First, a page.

Aims: To evaluate the impact of obesity on clinical and sleep characteristics in a population of narcoleptic children.
Methods: Data from the children diagnosed with idiopathic narcolepsy in the National Reference Centers for Narcolepsy were collected between 2008 and 2011. Clinical and electrophysiological characteristics were compared between obese (body mass index [BMI] greater than P97) and nonobese children.
Results: The 117 children (65 boys, 59 de novo patients) had a mean age of 11.6 ± 3.1 years on diagnosis. Cataplexy was present in 81%, DQB1*0602 in 91%. Mean BMI was 23.2 ± 5.2 kg/m(2) and BMI z-score was 2.9 ± 2.6. Obesity was found in 60% with a similar prevalence in treated versus de novo patients and in patients with and without cataplexy. Sleepiness and cataplexy started earlier in obese children. Obese narcoleptic children had lower sleep efficiency, higher apnea hypopnea index and respiratory arousals index (RAI) than nonobese children. BMI z-score was positively correlated with RAI. Obese children were more tired and missed more often school than nonobese children.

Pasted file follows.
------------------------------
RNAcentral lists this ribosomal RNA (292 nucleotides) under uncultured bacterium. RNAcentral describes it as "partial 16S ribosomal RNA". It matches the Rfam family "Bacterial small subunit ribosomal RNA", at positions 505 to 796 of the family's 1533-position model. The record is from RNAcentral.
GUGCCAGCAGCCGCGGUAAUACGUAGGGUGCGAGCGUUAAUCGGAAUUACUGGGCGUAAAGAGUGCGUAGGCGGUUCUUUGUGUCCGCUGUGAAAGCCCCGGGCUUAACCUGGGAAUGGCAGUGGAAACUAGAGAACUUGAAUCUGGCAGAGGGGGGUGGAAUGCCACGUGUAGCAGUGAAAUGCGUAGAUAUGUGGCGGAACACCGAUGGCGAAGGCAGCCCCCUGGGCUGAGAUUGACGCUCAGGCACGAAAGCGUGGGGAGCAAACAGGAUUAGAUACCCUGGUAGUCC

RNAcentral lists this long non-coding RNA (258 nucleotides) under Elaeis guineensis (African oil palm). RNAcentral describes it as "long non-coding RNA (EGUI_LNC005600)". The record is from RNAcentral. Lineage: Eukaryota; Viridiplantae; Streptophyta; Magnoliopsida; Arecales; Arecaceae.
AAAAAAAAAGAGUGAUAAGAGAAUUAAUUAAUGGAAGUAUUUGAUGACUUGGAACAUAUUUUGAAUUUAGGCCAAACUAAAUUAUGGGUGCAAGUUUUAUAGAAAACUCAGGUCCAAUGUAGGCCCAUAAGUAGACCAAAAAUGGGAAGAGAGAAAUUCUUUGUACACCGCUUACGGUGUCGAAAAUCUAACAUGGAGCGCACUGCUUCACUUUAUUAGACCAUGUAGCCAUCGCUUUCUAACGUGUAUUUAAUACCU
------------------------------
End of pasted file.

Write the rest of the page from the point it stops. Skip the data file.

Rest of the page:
Conclusion: Obesity affects more than 50% of narcoleptic children, mostly younger at disease onset, and has a deleterious impact on sleep quality as well as on school attendance.
© 2013 John Wiley & Sons Ltd.